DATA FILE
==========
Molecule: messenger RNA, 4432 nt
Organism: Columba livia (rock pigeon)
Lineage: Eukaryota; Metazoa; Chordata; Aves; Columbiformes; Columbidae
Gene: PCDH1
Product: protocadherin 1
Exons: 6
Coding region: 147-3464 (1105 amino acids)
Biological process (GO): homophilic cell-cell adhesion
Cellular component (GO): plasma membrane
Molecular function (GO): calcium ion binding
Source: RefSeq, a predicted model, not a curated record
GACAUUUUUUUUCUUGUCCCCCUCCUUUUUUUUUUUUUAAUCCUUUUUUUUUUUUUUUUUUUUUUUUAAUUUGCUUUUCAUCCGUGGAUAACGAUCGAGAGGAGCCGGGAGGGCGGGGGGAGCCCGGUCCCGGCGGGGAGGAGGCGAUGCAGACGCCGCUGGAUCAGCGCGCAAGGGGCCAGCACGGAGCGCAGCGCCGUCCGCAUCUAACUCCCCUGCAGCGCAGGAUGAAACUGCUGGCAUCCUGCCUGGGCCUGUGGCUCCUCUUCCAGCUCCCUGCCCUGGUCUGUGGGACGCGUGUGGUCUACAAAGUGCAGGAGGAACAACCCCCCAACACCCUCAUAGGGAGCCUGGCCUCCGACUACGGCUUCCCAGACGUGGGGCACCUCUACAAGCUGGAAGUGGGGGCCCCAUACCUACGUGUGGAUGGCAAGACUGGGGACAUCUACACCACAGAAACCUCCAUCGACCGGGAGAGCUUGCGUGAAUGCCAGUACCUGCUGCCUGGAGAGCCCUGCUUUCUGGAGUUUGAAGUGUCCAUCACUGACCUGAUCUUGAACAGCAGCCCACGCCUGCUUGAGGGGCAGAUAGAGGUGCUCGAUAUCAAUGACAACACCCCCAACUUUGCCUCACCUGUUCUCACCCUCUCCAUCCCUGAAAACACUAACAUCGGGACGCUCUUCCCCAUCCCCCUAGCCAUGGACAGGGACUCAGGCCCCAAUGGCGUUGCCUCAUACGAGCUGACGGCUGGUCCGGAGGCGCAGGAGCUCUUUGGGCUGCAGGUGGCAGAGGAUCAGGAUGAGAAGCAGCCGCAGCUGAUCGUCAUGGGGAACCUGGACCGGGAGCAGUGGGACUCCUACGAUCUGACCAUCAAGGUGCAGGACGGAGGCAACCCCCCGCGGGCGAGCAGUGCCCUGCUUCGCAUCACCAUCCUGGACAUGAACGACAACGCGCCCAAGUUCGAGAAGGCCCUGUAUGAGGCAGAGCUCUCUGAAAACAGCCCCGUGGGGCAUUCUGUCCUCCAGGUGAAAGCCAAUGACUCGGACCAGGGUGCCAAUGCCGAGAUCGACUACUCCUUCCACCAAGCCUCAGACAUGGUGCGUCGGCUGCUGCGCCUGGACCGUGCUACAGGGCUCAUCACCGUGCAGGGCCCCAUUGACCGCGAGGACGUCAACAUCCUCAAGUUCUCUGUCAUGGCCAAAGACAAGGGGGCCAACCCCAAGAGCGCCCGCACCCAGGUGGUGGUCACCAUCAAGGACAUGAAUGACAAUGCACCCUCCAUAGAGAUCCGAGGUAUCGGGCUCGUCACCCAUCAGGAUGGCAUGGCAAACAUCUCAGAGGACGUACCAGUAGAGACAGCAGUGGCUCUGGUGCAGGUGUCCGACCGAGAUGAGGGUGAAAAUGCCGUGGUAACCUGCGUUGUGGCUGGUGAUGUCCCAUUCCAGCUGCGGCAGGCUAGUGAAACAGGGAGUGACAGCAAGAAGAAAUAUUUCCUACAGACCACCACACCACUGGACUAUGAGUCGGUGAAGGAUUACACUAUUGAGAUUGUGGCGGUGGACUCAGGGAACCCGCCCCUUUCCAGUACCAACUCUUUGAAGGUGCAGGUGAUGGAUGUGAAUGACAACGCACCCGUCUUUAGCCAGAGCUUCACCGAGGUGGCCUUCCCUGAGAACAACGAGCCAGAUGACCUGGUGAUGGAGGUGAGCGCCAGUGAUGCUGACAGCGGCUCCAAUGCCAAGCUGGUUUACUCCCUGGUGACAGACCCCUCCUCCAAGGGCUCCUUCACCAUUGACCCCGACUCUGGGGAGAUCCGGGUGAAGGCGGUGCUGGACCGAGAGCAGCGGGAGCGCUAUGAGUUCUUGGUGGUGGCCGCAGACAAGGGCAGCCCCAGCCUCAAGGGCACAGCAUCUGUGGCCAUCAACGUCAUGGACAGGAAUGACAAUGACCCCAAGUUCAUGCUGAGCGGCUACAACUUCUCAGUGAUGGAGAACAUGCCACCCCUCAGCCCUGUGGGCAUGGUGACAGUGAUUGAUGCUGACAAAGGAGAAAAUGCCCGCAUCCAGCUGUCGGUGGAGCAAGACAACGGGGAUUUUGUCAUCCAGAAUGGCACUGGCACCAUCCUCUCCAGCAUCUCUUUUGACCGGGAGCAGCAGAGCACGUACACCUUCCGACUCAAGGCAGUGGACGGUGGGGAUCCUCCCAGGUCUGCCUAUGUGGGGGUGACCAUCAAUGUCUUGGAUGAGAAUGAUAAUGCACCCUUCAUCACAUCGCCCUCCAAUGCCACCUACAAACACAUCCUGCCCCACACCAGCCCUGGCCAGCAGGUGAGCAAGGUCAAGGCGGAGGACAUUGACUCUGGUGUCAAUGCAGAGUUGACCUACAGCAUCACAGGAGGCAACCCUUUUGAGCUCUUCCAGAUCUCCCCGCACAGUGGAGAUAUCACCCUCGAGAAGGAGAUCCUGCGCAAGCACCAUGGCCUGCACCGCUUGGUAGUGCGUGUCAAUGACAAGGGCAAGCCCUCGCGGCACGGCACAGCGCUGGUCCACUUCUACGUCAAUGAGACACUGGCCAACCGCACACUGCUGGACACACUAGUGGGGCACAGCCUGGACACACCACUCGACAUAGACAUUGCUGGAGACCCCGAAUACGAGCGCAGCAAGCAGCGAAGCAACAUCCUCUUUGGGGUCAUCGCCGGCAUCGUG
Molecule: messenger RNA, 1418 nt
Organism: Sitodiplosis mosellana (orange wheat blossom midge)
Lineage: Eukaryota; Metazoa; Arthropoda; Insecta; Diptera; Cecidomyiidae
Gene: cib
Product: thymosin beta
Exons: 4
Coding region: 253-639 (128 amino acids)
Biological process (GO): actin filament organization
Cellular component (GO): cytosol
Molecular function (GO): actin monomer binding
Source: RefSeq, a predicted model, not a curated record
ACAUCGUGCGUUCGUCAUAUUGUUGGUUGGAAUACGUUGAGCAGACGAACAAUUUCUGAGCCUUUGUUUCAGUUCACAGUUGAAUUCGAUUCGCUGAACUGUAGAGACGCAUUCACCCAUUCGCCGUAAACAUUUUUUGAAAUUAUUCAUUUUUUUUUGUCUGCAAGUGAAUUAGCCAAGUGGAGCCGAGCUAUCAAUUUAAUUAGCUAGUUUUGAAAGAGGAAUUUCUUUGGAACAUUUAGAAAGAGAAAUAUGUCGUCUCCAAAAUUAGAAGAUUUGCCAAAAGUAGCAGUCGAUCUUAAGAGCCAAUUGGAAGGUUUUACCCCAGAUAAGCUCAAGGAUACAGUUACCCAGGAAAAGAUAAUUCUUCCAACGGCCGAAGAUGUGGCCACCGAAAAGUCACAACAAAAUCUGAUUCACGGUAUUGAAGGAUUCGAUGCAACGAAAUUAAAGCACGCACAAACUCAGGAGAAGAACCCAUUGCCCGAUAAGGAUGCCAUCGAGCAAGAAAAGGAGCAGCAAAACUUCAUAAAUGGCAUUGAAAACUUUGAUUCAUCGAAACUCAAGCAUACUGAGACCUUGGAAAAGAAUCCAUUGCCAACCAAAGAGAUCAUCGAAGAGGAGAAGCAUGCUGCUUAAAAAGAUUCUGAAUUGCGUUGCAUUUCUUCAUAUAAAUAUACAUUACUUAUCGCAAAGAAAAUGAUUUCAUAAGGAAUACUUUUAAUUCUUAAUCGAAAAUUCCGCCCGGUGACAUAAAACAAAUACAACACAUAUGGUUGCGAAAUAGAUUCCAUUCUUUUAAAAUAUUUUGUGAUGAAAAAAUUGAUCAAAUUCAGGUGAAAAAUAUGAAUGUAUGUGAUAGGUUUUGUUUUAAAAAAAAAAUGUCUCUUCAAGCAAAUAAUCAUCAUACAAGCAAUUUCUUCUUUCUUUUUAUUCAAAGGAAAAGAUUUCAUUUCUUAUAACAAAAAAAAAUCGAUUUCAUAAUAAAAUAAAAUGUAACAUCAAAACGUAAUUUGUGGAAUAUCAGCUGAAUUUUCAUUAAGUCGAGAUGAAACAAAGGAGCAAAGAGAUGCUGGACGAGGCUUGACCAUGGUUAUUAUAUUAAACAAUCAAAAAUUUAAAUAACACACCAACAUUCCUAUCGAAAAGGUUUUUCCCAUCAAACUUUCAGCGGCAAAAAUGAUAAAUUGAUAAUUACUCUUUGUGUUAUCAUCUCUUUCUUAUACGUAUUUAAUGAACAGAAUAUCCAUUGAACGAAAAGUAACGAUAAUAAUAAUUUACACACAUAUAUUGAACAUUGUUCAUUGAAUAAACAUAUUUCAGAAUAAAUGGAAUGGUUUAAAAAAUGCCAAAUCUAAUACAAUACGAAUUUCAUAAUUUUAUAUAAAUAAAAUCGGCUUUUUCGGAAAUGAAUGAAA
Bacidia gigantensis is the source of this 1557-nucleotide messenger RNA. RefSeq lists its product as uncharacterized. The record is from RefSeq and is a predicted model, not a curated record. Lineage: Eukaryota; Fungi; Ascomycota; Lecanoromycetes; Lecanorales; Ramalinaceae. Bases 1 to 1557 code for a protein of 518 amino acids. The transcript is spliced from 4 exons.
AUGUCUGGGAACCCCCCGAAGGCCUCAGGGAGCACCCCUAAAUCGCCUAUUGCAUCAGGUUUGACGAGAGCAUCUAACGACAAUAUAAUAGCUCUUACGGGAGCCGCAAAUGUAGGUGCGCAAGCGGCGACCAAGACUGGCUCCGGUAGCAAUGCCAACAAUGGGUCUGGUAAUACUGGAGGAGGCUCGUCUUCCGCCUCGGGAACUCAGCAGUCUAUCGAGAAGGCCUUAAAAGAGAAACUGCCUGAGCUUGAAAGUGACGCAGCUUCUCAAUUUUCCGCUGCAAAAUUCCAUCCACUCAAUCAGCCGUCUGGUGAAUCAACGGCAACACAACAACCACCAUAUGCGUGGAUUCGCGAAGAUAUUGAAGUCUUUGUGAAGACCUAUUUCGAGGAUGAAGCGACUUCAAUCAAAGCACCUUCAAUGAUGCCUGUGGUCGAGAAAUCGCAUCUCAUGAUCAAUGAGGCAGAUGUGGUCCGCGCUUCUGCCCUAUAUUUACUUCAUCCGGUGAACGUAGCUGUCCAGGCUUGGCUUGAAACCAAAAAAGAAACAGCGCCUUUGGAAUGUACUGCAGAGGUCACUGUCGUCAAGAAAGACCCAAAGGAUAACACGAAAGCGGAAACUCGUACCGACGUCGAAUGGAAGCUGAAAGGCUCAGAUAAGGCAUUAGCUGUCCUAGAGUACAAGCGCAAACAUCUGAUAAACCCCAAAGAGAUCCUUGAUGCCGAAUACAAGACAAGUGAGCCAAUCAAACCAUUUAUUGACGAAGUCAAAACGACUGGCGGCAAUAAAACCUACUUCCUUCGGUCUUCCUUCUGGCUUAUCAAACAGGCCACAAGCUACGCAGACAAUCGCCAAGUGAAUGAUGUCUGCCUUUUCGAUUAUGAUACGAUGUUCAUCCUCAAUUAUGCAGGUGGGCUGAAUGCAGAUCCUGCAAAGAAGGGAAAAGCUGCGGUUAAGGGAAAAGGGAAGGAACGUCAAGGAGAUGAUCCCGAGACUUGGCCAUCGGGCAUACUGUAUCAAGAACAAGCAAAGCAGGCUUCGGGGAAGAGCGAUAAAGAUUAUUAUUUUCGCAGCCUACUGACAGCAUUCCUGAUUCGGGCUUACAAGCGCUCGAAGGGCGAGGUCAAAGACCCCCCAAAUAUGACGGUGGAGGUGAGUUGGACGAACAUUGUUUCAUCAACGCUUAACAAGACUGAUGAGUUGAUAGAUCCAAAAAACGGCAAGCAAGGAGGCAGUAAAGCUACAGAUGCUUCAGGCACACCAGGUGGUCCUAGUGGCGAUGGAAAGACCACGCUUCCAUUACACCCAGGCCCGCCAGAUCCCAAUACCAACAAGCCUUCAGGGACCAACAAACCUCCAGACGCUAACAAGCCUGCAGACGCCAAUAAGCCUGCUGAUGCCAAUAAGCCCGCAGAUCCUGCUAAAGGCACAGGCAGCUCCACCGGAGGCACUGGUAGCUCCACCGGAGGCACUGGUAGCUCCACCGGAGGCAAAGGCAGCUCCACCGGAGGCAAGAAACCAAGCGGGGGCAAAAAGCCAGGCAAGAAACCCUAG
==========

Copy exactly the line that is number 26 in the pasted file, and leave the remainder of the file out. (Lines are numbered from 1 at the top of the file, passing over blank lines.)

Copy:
AUGUCUGGGAACCCCCCGAAGGCCUCAGGGAGCACCCCUAAAUCGCCUAUUGCAUCAGGUUUGACGAGAGCAUCUAACGACAAUAUAAUAGCUCUUACGGGAGCCGCAAAUGUAGGUGCGCAAGCGGCGACCAAGACUGGCUCCGGUAGCAAUGCCAACAAUGGGUCUGGUAAUACUGGAGGAGGCUCGUCUUCCGCCUCGGGAACUCAGCAGUCUAUCGAGAAGGCCUUAAAAGAGAAACUGCCUGAGCUUGAAAGUGACGCAGCUUCUCAAUUUUCCGCUGCAAAAUUCCAUCCACUCAAUCAGCCGUCUGGUGAAUCAACGGCAACACAACAACCACCAUAUGCGUGGAUUCGCGAAGAUAUUGAAGUCUUUGUGAAGACCUAUUUCGAGGAUGAAGCGACUUCAAUCAAAGCACCUUCAAUGAUGCCUGUGGUCGAGAAAUCGCAUCUCAUGAUCAAUGAGGCAGAUGUGGUCCGCGCUUCUGCCCUAUAUUUACUUCAUCCGGUGAACGUAGCUGUCCAGGCUUGGCUUGAAACCAAAAAAGAAACAGCGCCUUUGGAAUGUACUGCAGAGGUCACUGUCGUCAAGAAAGACCCAAAGGAUAACACGAAAGCGGAAACUCGUACCGACGUCGAAUGGAAGCUGAAAGGCUCAGAUAAGGCAUUAGCUGUCCUAGAGUACAAGCGCAAACAUCUGAUAAACCCCAAAGAGAUCCUUGAUGCCGAAUACAAGACAAGUGAGCCAAUCAAACCAUUUAUUGACGAAGUCAAAACGACUGGCGGCAAUAAAACCUACUUCCUUCGGUCUUCCUUCUGGCUUAUCAAACAGGCCACAAGCUACGCAGACAAUCGCCAAGUGAAUGAUGUCUGCCUUUUCGAUUAUGAUACGAUGUUCAUCCUCAAUUAUGCAGGUGGGCUGAAUGCAGAUCCUGCAAAGAAGGGAAAAGCUGCGGUUAAGGGAAAAGGGAAGGAACGUCAAGGAGAUGAUCCCGAGACUUGGCCAUCGGGCAUACUGUAUCAAGAACAAGCAAAGCAGGCUUCGGGGAAGAGCGAUAAAGAUUAUUAUUUUCGCAGCCUACUGACAGCAUUCCUGAUUCGGGCUUACAAGCGCUCGAAGGGCGAGGUCAAAGACCCCCCAAAUAUGACGGUGGAGGUGAGUUGGACGAACAUUGUUUCAUCAACGCUUAACAAGACUGAUGAGUUGAUAGAUCCAAAAAACGGCAAGCAAGGAGGCAGUAAAGCUACAGAUGCUUCAGGCACACCAGGUGGUCCUAGUGGCGAUGGAAAGACCACGCUUCCAUUACACCCAGGCCCGCCAGAUCCCAAUACCAACAAGCCUUCAGGGACCAACAAACCUCCAGACGCUAACAAGCCUGCAGACGCCAAUAAGCCUGCUGAUGCCAAUAAGCCCGCAGAUCCUGCUAAAGGCACAGGCAGCUCCACCGGAGGCACUGGUAGCUCCACCGGAGGCACUGGUAGCUCCACCGGAGGCAAAGGCAGCUCCACCGGAGGCAAGAAACCAAGCGGGGGCAAAAAGCCAGGCAAGAAACCCUAG